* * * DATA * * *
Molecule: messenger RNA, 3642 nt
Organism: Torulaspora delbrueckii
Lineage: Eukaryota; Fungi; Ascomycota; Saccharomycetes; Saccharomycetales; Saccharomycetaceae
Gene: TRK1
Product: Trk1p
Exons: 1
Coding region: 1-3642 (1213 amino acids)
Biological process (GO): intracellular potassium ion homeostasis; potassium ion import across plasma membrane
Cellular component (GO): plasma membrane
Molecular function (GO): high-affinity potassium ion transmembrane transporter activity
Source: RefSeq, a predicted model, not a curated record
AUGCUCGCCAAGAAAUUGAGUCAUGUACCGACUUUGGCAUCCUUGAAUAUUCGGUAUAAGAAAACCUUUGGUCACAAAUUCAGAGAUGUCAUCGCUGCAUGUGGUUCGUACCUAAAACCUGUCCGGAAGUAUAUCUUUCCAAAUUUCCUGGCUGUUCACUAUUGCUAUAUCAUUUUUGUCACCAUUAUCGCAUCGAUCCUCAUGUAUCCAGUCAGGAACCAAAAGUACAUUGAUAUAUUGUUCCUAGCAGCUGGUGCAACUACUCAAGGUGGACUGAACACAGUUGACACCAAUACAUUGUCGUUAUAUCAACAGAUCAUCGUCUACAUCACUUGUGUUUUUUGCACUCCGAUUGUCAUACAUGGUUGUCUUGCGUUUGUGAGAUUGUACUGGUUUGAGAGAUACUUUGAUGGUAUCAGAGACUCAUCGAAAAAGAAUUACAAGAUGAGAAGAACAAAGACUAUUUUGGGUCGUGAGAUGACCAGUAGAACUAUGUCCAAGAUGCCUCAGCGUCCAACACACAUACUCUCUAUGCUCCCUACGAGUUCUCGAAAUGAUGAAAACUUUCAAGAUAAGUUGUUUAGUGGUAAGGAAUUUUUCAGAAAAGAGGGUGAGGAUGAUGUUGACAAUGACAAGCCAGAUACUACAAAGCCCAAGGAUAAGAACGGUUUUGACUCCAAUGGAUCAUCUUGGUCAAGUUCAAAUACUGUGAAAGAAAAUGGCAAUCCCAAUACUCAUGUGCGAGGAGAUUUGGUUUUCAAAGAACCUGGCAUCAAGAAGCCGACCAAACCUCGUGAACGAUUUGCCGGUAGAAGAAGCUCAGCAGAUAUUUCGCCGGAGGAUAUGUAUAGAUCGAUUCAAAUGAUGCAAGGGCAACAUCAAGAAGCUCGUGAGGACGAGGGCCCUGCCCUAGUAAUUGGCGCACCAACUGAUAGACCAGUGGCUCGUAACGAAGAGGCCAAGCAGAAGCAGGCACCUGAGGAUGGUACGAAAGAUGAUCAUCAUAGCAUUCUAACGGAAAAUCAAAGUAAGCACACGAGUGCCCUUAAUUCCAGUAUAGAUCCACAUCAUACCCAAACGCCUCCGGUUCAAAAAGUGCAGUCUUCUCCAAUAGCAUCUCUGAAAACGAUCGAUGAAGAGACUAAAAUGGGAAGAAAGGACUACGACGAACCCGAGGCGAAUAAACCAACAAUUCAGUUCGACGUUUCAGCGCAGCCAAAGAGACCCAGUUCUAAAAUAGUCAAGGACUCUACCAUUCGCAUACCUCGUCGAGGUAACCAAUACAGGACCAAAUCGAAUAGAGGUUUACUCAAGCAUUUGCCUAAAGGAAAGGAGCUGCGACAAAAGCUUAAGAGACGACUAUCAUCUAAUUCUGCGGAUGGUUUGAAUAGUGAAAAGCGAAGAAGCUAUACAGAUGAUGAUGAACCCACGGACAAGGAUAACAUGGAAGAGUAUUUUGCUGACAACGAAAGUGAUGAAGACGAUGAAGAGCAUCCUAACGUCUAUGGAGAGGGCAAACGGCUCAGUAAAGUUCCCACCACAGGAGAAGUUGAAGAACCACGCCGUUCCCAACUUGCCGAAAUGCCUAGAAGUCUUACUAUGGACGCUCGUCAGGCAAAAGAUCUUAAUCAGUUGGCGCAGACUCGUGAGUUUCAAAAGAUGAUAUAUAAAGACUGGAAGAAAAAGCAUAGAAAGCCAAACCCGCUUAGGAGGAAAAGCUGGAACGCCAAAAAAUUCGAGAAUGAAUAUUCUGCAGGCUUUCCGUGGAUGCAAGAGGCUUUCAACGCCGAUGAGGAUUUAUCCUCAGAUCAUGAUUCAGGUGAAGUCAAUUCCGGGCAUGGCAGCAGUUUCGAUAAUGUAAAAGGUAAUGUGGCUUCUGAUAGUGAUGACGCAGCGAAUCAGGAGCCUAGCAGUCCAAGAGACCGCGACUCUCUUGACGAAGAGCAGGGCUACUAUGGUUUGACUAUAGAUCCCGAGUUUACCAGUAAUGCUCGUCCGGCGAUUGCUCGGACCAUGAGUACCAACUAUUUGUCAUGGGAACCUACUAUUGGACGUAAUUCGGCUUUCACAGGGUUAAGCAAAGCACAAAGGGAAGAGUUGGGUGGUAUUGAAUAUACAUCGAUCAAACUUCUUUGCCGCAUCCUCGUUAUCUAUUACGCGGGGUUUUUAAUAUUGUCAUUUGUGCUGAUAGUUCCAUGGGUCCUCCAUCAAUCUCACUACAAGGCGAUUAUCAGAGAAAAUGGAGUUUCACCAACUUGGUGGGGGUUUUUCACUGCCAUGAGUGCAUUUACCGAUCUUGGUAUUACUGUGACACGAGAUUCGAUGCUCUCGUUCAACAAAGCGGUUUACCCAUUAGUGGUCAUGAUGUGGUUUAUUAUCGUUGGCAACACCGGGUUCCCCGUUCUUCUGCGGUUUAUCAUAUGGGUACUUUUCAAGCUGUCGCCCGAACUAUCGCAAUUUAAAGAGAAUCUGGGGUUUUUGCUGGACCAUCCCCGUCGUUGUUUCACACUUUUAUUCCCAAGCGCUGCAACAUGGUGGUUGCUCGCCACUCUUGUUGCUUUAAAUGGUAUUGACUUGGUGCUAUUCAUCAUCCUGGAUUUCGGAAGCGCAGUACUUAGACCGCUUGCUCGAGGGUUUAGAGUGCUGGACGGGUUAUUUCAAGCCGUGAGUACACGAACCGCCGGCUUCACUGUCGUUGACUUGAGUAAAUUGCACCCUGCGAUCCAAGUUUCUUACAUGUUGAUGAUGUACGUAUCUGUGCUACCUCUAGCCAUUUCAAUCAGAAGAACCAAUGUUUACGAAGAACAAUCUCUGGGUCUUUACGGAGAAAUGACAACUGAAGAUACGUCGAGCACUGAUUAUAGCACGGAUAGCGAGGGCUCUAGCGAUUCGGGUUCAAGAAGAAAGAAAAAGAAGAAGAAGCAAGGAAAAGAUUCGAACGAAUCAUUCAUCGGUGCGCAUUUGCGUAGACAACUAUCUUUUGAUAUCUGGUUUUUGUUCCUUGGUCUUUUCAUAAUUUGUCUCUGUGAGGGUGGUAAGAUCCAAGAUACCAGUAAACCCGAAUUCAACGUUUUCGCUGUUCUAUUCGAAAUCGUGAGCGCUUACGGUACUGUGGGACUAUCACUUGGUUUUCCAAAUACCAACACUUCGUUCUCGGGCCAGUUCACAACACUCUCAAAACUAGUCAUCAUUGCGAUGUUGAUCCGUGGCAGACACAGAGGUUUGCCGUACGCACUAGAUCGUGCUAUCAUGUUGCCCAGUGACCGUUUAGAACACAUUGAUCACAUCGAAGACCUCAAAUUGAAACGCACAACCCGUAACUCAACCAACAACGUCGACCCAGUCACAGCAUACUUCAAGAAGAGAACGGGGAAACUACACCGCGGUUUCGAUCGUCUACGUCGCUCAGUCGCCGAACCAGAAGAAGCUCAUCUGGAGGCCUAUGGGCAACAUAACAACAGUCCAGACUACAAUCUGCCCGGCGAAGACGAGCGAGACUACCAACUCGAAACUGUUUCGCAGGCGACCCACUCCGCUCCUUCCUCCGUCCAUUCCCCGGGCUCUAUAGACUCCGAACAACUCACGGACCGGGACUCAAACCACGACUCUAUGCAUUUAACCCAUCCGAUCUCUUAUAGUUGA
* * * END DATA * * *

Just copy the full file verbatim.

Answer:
Molecule: messenger RNA, 3642 nt
Organism: Torulaspora delbrueckii
Lineage: Eukaryota; Fungi; Ascomycota; Saccharomycetes; Saccharomycetales; Saccharomycetaceae
Gene: TRK1
Product: Trk1p
Exons: 1
Coding region: 1-3642 (1213 amino acids)
Biological process (GO): intracellular potassium ion homeostasis; potassium ion import across plasma membrane
Cellular component (GO): plasma membrane
Molecular function (GO): high-affinity potassium ion transmembrane transporter activity
Source: RefSeq, a predicted model, not a curated record
AUGCUCGCCAAGAAAUUGAGUCAUGUACCGACUUUGGCAUCCUUGAAUAUUCGGUAUAAGAAAACCUUUGGUCACAAAUUCAGAGAUGUCAUCGCUGCAUGUGGUUCGUACCUAAAACCUGUCCGGAAGUAUAUCUUUCCAAAUUUCCUGGCUGUUCACUAUUGCUAUAUCAUUUUUGUCACCAUUAUCGCAUCGAUCCUCAUGUAUCCAGUCAGGAACCAAAAGUACAUUGAUAUAUUGUUCCUAGCAGCUGGUGCAACUACUCAAGGUGGACUGAACACAGUUGACACCAAUACAUUGUCGUUAUAUCAACAGAUCAUCGUCUACAUCACUUGUGUUUUUUGCACUCCGAUUGUCAUACAUGGUUGUCUUGCGUUUGUGAGAUUGUACUGGUUUGAGAGAUACUUUGAUGGUAUCAGAGACUCAUCGAAAAAGAAUUACAAGAUGAGAAGAACAAAGACUAUUUUGGGUCGUGAGAUGACCAGUAGAACUAUGUCCAAGAUGCCUCAGCGUCCAACACACAUACUCUCUAUGCUCCCUACGAGUUCUCGAAAUGAUGAAAACUUUCAAGAUAAGUUGUUUAGUGGUAAGGAAUUUUUCAGAAAAGAGGGUGAGGAUGAUGUUGACAAUGACAAGCCAGAUACUACAAAGCCCAAGGAUAAGAACGGUUUUGACUCCAAUGGAUCAUCUUGGUCAAGUUCAAAUACUGUGAAAGAAAAUGGCAAUCCCAAUACUCAUGUGCGAGGAGAUUUGGUUUUCAAAGAACCUGGCAUCAAGAAGCCGACCAAACCUCGUGAACGAUUUGCCGGUAGAAGAAGCUCAGCAGAUAUUUCGCCGGAGGAUAUGUAUAGAUCGAUUCAAAUGAUGCAAGGGCAACAUCAAGAAGCUCGUGAGGACGAGGGCCCUGCCCUAGUAAUUGGCGCACCAACUGAUAGACCAGUGGCUCGUAACGAAGAGGCCAAGCAGAAGCAGGCACCUGAGGAUGGUACGAAAGAUGAUCAUCAUAGCAUUCUAACGGAAAAUCAAAGUAAGCACACGAGUGCCCUUAAUUCCAGUAUAGAUCCACAUCAUACCCAAACGCCUCCGGUUCAAAAAGUGCAGUCUUCUCCAAUAGCAUCUCUGAAAACGAUCGAUGAAGAGACUAAAAUGGGAAGAAAGGACUACGACGAACCCGAGGCGAAUAAACCAACAAUUCAGUUCGACGUUUCAGCGCAGCCAAAGAGACCCAGUUCUAAAAUAGUCAAGGACUCUACCAUUCGCAUACCUCGUCGAGGUAACCAAUACAGGACCAAAUCGAAUAGAGGUUUACUCAAGCAUUUGCCUAAAGGAAAGGAGCUGCGACAAAAGCUUAAGAGACGACUAUCAUCUAAUUCUGCGGAUGGUUUGAAUAGUGAAAAGCGAAGAAGCUAUACAGAUGAUGAUGAACCCACGGACAAGGAUAACAUGGAAGAGUAUUUUGCUGACAACGAAAGUGAUGAAGACGAUGAAGAGCAUCCUAACGUCUAUGGAGAGGGCAAACGGCUCAGUAAAGUUCCCACCACAGGAGAAGUUGAAGAACCACGCCGUUCCCAACUUGCCGAAAUGCCUAGAAGUCUUACUAUGGACGCUCGUCAGGCAAAAGAUCUUAAUCAGUUGGCGCAGACUCGUGAGUUUCAAAAGAUGAUAUAUAAAGACUGGAAGAAAAAGCAUAGAAAGCCAAACCCGCUUAGGAGGAAAAGCUGGAACGCCAAAAAAUUCGAGAAUGAAUAUUCUGCAGGCUUUCCGUGGAUGCAAGAGGCUUUCAACGCCGAUGAGGAUUUAUCCUCAGAUCAUGAUUCAGGUGAAGUCAAUUCCGGGCAUGGCAGCAGUUUCGAUAAUGUAAAAGGUAAUGUGGCUUCUGAUAGUGAUGACGCAGCGAAUCAGGAGCCUAGCAGUCCAAGAGACCGCGACUCUCUUGACGAAGAGCAGGGCUACUAUGGUUUGACUAUAGAUCCCGAGUUUACCAGUAAUGCUCGUCCGGCGAUUGCUCGGACCAUGAGUACCAACUAUUUGUCAUGGGAACCUACUAUUGGACGUAAUUCGGCUUUCACAGGGUUAAGCAAAGCACAAAGGGAAGAGUUGGGUGGUAUUGAAUAUACAUCGAUCAAACUUCUUUGCCGCAUCCUCGUUAUCUAUUACGCGGGGUUUUUAAUAUUGUCAUUUGUGCUGAUAGUUCCAUGGGUCCUCCAUCAAUCUCACUACAAGGCGAUUAUCAGAGAAAAUGGAGUUUCACCAACUUGGUGGGGGUUUUUCACUGCCAUGAGUGCAUUUACCGAUCUUGGUAUUACUGUGACACGAGAUUCGAUGCUCUCGUUCAACAAAGCGGUUUACCCAUUAGUGGUCAUGAUGUGGUUUAUUAUCGUUGGCAACACCGGGUUCCCCGUUCUUCUGCGGUUUAUCAUAUGGGUACUUUUCAAGCUGUCGCCCGAACUAUCGCAAUUUAAAGAGAAUCUGGGGUUUUUGCUGGACCAUCCCCGUCGUUGUUUCACACUUUUAUUCCCAAGCGCUGCAACAUGGUGGUUGCUCGCCACUCUUGUUGCUUUAAAUGGUAUUGACUUGGUGCUAUUCAUCAUCCUGGAUUUCGGAAGCGCAGUACUUAGACCGCUUGCUCGAGGGUUUAGAGUGCUGGACGGGUUAUUUCAAGCCGUGAGUACACGAACCGCCGGCUUCACUGUCGUUGACUUGAGUAAAUUGCACCCUGCGAUCCAAGUUUCUUACAUGUUGAUGAUGUACGUAUCUGUGCUACCUCUAGCCAUUUCAAUCAGAAGAACCAAUGUUUACGAAGAACAAUCUCUGGGUCUUUACGGAGAAAUGACAACUGAAGAUACGUCGAGCACUGAUUAUAGCACGGAUAGCGAGGGCUCUAGCGAUUCGGGUUCAAGAAGAAAGAAAAAGAAGAAGAAGCAAGGAAAAGAUUCGAACGAAUCAUUCAUCGGUGCGCAUUUGCGUAGACAACUAUCUUUUGAUAUCUGGUUUUUGUUCCUUGGUCUUUUCAUAAUUUGUCUCUGUGAGGGUGGUAAGAUCCAAGAUACCAGUAAACCCGAAUUCAACGUUUUCGCUGUUCUAUUCGAAAUCGUGAGCGCUUACGGUACUGUGGGACUAUCACUUGGUUUUCCAAAUACCAACACUUCGUUCUCGGGCCAGUUCACAACACUCUCAAAACUAGUCAUCAUUGCGAUGUUGAUCCGUGGCAGACACAGAGGUUUGCCGUACGCACUAGAUCGUGCUAUCAUGUUGCCCAGUGACCGUUUAGAACACAUUGAUCACAUCGAAGACCUCAAAUUGAAACGCACAACCCGUAACUCAACCAACAACGUCGACCCAGUCACAGCAUACUUCAAGAAGAGAACGGGGAAACUACACCGCGGUUUCGAUCGUCUACGUCGCUCAGUCGCCGAACCAGAAGAAGCUCAUCUGGAGGCCUAUGGGCAACAUAACAACAGUCCAGACUACAAUCUGCCCGGCGAAGACGAGCGAGACUACCAACUCGAAACUGUUUCGCAGGCGACCCACUCCGCUCCUUCCUCCGUCCAUUCCCCGGGCUCUAUAGACUCCGAACAACUCACGGACCGGGACUCAAACCACGACUCUAUGCAUUUAACCCAUCCGAUCUCUUAUAGUUGA